Jerry Masucci

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Jerry Masucci (October 7, 1934 – December 21, 1997) was a co-founder of Fania Records.

Early life[edit]

Masucci was born October 7, 1934 in Brooklyn, New York to Urbano and Elvira Masucci. His brother is Alex Masucci (born November 11, 1949). Masucci moved to a home on the Upper East Side of New York, eventually owning homes in Paris, Ibiza, Uruguay, Havana, and Miami.

Masucci was a high school dropout who earned his high school diploma while serving in the United States Navy at Guantánamo Bay, Cuba, during the Korean War. He became a member of the New York City Police Department. After attending college at night, Masucci took a leave of absence and attended City College of New York, where he played halfback on the college football team, and earned a degree in Business Administration, majoring in foreign trade. He graduated first in his class with cum laude honors. He then returned to the Police Department as a plainclothes policeman and attended New York Law School during the day. Graduating in 1960 with a Doctor of Law Degree, he resigned from the Police Department and worked in Havana, Cuba as assistant to the Director of Public Relations in the Department of Tourism.

Career[edit]

Masucci became a partner in the law firm Pariser & Masucci. Masucci met Johnny Pacheco in 1962 when his firm handled Pacheco's divorce. In 1964 Masucci and Pacheco established Fania Records. They started out selling records out of the trunk of cars on the streets of Spanish Harlem, signing up young artists, creating new sounds, and eventually having hit records. Throughout his tenure as an impresario of the so-called salsa genre, Masucci was reportedly generous, sponsoring lavish parties and buying everyone lunch at rehearsals, while popularizing salsa among Latin Jazz listeners. Over the next 15 years, Fania Records helped define the sound, culture, and language associated with the salsa genre, a musical movement that arose partly from the unavailability in the United States of music produced in Cuba.[1]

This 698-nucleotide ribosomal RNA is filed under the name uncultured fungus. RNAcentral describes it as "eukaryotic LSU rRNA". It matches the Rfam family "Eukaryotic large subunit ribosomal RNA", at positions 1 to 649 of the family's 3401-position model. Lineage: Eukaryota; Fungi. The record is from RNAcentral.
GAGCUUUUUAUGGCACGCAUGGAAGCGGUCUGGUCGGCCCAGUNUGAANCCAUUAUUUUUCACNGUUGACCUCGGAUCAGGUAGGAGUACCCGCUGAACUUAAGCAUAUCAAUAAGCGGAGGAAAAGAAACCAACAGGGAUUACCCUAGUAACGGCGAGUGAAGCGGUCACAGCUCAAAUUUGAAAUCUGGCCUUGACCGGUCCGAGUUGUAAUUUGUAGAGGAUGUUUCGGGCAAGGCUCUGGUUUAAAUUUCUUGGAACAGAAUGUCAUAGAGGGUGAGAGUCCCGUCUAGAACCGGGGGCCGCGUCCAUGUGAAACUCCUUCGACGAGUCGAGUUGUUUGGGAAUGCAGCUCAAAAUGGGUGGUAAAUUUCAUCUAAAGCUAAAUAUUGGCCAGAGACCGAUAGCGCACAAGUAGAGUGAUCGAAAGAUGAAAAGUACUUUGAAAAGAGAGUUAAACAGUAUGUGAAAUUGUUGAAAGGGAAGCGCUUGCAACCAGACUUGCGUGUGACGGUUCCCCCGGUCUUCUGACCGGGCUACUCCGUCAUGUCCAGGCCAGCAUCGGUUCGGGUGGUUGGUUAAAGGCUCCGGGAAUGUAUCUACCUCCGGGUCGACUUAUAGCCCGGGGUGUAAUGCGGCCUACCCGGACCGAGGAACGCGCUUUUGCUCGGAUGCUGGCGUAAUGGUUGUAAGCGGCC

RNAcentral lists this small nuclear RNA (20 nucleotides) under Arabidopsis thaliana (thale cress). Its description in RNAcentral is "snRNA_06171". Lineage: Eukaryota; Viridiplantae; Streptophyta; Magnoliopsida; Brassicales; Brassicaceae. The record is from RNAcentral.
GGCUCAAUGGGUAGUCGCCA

Masucci became a feature film maker, producing Our Latin Thing, Salsa, Vigilante, and The Last Fight. He became sole owner of the Fania Records label in 1977, and would own ten other recording companies, as well: Vaya, Cotique, Tico, Alegre, Mardi-Gras, Sonido, Éxitos, International, Bronco, and Karen. He was also a part-owner of the "Fame" modeling agency.

Masucci had Pacheco directing stage shows and Larry Harlow directing in the studio. Alex Masucci was at the helm of the New York-based Fania Records for many years. Masucci first produced a concert at Yankee Stadium. The event, featuring his Fania All-Stars, was attended by 45,000 people, and was included in the second set of 50 recordings in a list preserved in the National Recording Registry.

Massucci ventured into the world of boxing with Don King, with whom he promoted a Heavyweight Championship bout fought between Muhammad Ali and Jean-Pierre Coopman in Puerto Rico in 1976.